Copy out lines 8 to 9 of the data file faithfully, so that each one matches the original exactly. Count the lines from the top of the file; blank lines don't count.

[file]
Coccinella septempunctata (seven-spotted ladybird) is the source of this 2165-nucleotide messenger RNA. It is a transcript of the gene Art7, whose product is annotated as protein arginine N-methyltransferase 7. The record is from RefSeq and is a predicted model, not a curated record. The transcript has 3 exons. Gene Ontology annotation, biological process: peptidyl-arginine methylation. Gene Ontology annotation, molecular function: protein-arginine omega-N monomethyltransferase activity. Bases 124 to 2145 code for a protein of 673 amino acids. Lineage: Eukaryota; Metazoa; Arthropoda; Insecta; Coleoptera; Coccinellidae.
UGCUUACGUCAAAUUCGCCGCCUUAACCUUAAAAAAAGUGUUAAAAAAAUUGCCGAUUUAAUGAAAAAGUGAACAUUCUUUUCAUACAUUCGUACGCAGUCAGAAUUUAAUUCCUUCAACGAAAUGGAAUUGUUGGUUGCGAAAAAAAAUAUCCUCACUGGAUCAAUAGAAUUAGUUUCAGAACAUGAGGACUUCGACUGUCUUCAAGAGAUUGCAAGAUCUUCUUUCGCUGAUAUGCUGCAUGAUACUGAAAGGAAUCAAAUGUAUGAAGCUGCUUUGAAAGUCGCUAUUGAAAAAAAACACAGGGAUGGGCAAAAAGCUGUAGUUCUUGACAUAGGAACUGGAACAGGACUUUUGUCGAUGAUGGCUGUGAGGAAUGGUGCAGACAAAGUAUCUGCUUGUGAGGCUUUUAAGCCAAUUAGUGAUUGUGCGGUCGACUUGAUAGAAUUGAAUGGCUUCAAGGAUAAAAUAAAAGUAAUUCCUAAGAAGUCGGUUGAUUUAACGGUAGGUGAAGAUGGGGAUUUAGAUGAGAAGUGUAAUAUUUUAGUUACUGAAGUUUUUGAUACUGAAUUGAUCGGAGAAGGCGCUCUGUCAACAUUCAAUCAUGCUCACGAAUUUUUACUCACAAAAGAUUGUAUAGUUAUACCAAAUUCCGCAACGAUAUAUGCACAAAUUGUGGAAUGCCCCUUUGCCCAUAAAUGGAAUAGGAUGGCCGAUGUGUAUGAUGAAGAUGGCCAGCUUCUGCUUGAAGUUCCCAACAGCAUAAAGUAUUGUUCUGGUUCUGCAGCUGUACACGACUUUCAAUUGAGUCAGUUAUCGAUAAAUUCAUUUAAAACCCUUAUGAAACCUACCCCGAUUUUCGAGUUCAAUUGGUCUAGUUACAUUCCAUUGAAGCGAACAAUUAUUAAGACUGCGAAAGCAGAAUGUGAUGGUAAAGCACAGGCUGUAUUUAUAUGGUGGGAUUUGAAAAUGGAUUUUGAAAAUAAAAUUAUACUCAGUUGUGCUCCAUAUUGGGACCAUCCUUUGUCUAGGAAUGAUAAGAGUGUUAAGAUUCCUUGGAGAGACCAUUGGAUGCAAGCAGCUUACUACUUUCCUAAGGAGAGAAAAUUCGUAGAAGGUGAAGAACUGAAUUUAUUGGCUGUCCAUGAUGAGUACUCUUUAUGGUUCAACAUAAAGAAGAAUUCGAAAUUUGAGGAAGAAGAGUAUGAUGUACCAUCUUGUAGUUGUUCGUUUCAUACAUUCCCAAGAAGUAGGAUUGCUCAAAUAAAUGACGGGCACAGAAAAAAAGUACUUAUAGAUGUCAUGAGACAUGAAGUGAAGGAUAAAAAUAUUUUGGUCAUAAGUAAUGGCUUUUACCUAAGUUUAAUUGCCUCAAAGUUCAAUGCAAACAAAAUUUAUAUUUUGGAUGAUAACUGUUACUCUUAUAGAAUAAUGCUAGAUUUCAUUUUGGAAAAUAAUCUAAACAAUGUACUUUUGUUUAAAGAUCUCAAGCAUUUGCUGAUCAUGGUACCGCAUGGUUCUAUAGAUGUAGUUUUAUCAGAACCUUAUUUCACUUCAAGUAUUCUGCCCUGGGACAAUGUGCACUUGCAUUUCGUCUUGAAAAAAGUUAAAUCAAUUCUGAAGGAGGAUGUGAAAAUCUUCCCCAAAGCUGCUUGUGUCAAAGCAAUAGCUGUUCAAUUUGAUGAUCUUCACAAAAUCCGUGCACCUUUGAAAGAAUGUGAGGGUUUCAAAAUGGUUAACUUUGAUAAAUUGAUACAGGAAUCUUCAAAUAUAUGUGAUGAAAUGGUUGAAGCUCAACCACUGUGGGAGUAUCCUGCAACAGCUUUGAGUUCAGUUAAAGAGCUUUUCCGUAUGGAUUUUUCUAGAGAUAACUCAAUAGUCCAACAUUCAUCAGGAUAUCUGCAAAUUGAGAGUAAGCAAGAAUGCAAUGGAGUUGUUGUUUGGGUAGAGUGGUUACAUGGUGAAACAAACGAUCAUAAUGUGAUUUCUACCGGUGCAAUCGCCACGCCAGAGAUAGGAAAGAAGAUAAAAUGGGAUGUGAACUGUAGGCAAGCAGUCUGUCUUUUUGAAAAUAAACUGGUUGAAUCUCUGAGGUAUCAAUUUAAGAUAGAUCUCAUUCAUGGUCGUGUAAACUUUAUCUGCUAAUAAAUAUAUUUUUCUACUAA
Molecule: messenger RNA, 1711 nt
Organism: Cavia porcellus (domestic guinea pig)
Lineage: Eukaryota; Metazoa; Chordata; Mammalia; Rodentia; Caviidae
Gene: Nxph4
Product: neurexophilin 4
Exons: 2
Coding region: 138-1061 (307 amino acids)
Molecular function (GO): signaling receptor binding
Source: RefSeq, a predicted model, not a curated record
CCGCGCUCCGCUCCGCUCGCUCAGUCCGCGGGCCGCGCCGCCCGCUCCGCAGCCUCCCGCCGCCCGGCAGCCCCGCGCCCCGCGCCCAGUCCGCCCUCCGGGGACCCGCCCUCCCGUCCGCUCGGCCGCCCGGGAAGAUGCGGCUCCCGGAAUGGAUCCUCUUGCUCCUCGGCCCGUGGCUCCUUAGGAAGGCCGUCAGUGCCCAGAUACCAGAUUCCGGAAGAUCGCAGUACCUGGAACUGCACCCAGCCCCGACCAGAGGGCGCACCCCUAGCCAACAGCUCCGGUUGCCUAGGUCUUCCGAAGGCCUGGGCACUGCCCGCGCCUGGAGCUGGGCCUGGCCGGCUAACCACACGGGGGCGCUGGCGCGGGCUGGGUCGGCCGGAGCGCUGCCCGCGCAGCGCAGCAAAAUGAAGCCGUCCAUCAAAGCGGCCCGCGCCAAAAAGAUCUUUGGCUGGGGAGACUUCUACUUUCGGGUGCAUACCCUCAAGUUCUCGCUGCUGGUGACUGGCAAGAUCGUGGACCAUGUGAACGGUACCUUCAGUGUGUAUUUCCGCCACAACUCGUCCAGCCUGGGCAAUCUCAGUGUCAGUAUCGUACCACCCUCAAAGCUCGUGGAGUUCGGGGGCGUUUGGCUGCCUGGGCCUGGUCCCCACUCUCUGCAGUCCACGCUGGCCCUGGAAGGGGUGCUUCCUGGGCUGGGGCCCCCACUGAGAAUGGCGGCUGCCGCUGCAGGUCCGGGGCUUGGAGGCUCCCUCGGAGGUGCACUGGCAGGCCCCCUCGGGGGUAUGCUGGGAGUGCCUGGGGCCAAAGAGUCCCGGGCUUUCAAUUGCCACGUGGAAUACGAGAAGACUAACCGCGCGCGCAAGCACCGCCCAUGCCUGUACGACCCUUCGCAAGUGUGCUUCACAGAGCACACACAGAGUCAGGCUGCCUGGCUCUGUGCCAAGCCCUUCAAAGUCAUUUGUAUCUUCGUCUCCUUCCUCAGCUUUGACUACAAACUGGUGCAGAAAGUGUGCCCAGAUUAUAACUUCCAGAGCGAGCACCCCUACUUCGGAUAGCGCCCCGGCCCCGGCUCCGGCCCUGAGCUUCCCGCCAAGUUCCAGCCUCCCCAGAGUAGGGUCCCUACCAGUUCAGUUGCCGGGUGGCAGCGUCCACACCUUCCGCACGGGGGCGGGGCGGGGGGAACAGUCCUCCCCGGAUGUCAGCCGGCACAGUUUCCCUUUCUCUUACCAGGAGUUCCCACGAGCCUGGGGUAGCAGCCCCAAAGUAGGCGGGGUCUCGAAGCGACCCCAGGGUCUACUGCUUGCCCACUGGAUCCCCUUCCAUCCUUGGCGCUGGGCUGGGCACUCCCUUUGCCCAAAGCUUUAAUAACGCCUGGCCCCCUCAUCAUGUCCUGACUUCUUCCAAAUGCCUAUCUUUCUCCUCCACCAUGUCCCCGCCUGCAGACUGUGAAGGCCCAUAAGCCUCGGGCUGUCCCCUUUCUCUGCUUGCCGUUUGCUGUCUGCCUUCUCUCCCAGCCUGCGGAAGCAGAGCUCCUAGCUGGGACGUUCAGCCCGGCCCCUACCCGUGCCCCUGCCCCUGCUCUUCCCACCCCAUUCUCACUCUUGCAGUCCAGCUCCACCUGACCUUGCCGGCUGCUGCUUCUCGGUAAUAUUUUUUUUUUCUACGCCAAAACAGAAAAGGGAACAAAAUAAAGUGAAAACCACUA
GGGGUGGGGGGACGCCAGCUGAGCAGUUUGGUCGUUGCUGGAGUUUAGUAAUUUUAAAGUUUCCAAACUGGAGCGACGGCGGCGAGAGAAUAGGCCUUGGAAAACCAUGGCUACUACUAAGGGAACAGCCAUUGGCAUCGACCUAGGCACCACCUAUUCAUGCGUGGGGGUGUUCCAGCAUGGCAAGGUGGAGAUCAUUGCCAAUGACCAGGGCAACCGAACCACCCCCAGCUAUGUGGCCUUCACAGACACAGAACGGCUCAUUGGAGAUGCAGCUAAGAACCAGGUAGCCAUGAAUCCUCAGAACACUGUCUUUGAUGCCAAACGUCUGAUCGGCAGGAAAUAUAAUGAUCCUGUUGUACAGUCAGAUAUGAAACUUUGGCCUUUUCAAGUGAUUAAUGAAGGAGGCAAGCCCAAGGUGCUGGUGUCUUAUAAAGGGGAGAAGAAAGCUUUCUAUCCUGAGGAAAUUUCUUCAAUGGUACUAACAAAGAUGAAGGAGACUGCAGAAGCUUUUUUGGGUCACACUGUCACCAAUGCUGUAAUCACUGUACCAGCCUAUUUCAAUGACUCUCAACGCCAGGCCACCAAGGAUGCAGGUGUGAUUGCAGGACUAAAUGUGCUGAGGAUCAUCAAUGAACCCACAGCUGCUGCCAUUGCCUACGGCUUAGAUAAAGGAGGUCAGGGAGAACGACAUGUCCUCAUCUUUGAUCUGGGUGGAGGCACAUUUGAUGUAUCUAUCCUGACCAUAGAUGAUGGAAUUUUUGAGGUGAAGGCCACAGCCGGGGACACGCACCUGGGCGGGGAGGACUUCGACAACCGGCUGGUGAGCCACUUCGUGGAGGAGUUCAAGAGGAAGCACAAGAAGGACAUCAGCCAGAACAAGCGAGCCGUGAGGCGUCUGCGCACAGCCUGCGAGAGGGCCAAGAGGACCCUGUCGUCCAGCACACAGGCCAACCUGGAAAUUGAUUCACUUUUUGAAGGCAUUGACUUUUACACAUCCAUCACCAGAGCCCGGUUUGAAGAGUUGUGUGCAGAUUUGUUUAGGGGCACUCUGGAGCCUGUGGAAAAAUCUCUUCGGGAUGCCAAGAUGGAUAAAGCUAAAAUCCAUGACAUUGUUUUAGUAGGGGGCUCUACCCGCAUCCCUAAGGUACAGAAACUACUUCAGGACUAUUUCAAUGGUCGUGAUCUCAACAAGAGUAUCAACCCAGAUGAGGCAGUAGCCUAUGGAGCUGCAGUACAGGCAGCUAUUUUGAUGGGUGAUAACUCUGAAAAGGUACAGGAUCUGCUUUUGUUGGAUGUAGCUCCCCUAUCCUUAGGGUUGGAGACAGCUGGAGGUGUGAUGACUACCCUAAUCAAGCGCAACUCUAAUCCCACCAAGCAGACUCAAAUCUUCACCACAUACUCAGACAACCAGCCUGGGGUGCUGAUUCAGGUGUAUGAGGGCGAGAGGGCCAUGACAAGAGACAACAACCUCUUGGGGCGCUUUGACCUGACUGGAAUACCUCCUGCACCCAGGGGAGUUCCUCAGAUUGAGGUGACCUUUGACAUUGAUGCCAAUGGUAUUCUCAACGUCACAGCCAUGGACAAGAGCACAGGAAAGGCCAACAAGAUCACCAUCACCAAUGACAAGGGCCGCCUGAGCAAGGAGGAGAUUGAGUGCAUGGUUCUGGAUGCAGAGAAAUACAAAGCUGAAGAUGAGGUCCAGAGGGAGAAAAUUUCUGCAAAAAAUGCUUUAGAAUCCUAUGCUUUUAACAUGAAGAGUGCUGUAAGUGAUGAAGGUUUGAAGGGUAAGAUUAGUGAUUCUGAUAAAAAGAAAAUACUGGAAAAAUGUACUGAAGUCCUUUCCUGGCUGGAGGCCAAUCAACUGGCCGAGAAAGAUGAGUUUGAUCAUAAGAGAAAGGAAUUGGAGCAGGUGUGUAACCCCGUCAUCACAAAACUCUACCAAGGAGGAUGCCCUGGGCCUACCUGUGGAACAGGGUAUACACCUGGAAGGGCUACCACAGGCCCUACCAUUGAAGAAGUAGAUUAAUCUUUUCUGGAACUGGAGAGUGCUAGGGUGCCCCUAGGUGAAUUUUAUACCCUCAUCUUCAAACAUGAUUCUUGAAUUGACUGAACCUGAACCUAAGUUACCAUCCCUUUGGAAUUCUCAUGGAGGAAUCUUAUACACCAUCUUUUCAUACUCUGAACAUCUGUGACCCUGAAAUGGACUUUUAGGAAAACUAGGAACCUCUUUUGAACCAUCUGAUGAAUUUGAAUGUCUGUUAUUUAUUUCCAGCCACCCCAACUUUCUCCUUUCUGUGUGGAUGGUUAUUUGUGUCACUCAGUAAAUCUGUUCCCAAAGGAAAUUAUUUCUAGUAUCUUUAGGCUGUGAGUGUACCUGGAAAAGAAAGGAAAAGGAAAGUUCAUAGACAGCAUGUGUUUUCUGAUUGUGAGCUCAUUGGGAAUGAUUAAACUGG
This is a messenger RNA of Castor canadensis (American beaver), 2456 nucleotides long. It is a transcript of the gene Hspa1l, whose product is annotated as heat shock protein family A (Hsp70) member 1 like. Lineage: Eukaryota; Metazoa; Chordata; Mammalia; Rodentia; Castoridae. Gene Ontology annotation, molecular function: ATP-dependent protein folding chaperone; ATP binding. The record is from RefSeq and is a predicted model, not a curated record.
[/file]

Exons: 2
Coding region: 138-1061 (307 amino acids)